Christmas treat sales help seniors

Finnish sweet buns with finely ground cardamom, shortbread, chocolate-chip cookies and Finnish sugar-cinnamon cookies — Ann Dibbs’ husband Al delivers a plateful to the table and pours cups of sweet and spicy tea.

“He’s my English butler,” Ann laughs.

Ann Dibbs, a.k.a. the Lions Club Cake Lady, has a penchant for sweet treats and a passion for helping seniors. She has been selling tins of fruitcake and shortbread cookies for Lions Club fundraisers each Christmas since 1984. Then, in 1988, she become concerned about seniors who lived on small pensions, and she asked the Lions to help. “I told them, ‘If you don’t back me up, I’m not selling another cake or cookie,'” she laughs, but a serious tone reveals her determination.

That same year, 1988, Ann became the first female Lake Laberge Lions Club member.

Ann’s husband, Al, helps with the fundraisers by ordering the fruitcakes and cookies from Ontario.

“I order them in September,” he says, adding that sales begin early October and end in late November.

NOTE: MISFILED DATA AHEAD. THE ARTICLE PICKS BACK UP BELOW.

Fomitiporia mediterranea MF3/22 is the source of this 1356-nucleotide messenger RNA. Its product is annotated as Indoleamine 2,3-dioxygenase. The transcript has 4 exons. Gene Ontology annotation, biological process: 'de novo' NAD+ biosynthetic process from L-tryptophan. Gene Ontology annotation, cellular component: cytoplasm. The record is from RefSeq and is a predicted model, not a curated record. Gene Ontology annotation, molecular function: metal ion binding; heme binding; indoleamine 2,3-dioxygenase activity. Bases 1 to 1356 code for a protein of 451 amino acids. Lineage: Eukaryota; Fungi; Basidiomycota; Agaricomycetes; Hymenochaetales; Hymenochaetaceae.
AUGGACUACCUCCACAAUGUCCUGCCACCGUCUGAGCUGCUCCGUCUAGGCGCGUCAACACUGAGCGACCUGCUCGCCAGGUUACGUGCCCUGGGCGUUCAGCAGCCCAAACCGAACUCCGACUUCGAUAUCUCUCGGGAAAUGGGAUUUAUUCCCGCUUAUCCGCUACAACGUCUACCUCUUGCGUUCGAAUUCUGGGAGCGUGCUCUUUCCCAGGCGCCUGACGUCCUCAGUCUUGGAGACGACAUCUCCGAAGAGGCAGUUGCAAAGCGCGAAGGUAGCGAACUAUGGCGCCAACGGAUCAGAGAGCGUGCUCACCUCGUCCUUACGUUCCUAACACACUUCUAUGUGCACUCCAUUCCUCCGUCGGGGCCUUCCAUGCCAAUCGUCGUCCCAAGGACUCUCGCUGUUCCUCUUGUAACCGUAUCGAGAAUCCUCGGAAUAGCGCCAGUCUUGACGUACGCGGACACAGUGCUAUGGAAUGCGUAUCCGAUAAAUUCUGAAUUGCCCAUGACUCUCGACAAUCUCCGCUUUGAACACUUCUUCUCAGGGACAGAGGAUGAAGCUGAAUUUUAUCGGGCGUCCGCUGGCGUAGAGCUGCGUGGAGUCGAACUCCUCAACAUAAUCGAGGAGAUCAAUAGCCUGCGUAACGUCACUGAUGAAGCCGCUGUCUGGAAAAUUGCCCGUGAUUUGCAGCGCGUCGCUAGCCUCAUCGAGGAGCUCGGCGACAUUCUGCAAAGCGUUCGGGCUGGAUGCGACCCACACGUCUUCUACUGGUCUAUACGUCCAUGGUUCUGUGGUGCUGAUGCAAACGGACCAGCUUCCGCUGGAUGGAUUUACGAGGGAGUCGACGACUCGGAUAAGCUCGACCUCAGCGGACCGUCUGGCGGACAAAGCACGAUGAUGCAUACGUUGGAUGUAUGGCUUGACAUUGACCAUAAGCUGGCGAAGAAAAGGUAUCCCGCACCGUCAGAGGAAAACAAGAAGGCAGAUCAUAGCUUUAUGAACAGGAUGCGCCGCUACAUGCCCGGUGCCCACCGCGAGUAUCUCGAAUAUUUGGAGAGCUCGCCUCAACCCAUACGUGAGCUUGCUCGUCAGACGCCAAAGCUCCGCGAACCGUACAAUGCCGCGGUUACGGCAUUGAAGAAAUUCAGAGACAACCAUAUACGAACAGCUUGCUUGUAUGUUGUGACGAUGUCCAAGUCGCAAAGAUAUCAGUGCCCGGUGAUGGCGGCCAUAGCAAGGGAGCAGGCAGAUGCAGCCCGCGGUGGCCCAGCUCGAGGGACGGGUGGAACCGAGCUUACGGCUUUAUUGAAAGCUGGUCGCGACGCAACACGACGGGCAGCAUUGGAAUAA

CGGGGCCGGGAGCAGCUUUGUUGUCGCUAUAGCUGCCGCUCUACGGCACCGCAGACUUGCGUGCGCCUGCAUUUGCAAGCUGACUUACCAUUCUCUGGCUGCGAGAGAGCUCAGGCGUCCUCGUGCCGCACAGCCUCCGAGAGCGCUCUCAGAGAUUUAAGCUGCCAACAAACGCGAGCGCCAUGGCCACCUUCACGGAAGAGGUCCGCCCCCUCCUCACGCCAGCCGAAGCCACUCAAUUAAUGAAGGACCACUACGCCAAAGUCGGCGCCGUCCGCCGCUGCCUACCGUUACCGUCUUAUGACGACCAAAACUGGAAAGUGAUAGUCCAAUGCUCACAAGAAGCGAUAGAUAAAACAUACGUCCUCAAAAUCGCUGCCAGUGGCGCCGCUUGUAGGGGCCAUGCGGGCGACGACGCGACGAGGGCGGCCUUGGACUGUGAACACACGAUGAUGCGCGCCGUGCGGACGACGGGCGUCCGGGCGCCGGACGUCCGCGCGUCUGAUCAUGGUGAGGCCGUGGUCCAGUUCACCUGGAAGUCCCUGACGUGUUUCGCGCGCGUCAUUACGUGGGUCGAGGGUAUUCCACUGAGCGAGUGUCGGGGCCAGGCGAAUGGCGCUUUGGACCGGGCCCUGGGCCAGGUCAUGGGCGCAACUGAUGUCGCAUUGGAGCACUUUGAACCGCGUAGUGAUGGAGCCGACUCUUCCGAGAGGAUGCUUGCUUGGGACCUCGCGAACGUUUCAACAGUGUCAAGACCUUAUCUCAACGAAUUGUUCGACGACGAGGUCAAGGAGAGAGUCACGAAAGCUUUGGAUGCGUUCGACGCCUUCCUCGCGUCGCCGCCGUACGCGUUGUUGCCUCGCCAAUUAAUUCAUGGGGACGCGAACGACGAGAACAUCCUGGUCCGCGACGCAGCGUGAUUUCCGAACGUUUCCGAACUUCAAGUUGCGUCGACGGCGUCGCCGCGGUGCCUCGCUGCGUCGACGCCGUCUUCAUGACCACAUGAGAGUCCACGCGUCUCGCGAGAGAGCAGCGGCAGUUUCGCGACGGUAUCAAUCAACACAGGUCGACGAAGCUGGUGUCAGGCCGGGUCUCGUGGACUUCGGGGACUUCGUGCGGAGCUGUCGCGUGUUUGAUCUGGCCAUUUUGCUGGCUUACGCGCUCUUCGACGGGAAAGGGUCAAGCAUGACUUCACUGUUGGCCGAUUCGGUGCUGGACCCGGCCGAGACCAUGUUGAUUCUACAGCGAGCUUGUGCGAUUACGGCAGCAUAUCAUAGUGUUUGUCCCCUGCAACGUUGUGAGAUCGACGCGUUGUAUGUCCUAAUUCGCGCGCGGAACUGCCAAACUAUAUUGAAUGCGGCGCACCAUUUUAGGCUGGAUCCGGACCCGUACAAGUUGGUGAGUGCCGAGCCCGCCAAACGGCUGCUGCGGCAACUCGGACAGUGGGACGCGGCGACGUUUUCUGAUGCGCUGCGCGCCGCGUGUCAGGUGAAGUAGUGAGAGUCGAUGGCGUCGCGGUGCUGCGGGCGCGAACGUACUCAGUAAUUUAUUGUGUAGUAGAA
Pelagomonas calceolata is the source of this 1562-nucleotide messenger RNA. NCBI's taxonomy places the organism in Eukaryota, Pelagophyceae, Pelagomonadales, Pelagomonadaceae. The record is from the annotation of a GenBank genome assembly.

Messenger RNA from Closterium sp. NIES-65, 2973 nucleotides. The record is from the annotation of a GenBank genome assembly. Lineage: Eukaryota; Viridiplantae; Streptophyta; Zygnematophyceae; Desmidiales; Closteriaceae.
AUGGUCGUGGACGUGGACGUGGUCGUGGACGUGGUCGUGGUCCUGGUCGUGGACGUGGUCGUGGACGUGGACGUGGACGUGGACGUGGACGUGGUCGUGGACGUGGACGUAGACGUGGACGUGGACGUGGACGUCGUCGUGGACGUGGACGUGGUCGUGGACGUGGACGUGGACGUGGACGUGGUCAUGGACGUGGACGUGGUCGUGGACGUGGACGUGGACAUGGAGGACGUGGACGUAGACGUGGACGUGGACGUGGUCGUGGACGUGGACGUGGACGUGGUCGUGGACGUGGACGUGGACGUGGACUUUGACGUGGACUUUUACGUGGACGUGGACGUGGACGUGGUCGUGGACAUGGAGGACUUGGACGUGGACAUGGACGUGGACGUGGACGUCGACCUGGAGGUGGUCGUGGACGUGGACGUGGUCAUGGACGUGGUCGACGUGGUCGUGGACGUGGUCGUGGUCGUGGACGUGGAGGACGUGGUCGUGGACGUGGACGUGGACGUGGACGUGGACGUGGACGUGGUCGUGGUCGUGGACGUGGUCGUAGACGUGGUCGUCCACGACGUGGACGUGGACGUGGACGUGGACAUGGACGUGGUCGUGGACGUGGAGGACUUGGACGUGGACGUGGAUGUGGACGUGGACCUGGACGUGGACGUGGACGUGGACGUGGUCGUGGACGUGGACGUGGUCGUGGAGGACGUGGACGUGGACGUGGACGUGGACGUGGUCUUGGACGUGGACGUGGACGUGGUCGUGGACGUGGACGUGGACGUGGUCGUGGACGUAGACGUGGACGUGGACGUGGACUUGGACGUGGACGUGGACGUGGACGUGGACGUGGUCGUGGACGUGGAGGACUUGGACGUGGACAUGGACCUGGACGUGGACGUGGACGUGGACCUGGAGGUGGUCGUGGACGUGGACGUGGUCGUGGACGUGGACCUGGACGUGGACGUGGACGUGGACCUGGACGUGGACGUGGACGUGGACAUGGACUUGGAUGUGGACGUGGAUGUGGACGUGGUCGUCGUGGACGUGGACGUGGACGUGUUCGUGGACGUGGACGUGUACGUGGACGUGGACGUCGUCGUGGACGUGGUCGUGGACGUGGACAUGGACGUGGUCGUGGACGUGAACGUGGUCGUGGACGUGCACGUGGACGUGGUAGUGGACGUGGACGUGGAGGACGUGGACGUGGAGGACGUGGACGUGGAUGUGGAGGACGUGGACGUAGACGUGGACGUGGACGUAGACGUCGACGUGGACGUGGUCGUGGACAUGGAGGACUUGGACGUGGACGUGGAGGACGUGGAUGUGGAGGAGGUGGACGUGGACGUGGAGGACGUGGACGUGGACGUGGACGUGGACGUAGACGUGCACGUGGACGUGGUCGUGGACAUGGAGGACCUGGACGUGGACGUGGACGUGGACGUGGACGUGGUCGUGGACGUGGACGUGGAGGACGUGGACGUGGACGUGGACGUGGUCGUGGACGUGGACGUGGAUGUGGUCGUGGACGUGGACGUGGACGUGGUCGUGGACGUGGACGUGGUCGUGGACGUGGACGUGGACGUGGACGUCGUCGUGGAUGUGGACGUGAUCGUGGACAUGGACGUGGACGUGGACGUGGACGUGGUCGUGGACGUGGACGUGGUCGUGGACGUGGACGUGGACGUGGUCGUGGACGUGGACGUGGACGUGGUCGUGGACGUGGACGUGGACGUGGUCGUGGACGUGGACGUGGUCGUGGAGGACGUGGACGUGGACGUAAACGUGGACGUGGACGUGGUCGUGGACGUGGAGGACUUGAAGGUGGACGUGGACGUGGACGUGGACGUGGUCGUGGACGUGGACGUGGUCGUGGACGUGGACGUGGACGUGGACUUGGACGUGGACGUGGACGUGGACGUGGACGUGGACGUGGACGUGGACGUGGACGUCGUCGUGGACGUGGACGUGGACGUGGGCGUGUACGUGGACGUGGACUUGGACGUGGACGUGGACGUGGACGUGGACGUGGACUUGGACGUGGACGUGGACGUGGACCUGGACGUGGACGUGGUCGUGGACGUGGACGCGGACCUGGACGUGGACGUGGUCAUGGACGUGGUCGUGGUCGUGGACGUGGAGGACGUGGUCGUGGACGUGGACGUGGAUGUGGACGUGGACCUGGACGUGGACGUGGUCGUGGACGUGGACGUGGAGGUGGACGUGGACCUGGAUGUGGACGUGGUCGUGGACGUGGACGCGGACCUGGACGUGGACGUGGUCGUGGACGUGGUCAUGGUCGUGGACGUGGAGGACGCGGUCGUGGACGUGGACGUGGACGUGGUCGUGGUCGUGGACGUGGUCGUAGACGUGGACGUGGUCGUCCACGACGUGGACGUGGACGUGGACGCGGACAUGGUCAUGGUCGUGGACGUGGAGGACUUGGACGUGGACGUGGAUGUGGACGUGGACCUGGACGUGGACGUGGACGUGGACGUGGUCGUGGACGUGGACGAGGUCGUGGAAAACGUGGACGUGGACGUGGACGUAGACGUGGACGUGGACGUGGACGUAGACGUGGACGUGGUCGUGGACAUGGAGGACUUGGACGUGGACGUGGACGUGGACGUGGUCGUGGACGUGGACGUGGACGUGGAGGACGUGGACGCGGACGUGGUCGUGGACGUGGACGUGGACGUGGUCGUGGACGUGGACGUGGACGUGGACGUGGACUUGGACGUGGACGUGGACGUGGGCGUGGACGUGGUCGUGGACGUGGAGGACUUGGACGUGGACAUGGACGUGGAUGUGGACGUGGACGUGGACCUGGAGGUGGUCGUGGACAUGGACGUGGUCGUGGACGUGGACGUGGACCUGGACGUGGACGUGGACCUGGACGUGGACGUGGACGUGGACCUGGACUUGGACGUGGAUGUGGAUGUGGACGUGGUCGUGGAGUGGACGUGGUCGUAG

“All profits goes to the seniors in Whitehorse here,” Ann says, adding that sales raise between $3,000 and $4,000.

The proceeds are used to purchase gift cards for groceries or coffee to help between 70 and 80 seniors.

The Yukon Council on Aging determines who will be given the cards.

“We don’t need to know who gets it,” Ann says.

Ann’s desire to help people began in her childhood. She recalls the hobos she saw while growing up in Finland; they were hungry, they had no jobs.

“We were so poor, but my parents would never turn anyone down,” Ann says. “Even if we had no bread, they would still give them the coffee.”

Ann has been volunteering ever since.

“Every hour I volunteer, it makes my heart feel good,” she says.

Ann recalls a Christmas when the cookies and cakes just weren’t selling.

“It made my heart ache,” she says.

She had been ill that year, but began selling anyway because she believed in it. “I believe it’s good. I give it my 100-plus percent… and that’s why they say I could sell the snow to an Eskimo,” she laughs and Al chuckles beside her.

“[It’s] all done with the love of the fellow man,” Ann says.

This year she has already sold out of all her Christmas cakes and cookies.

As for her own baking, Ann does that in tandem to her Lions Club fundraising and gives it away.

“She gives the cakes and cookies away to the schools,” Al says. And to family and friends — and to anyone else that Ann believes could use a plate of cookies at Christmas.

It’s a lifetime of giving that includes family and friends. Even their 10-year-old grandson, James, has gotten involved in the Lions Club fundraiser.

“He has a heart of gold,” Ann says.

Is it any wonder?

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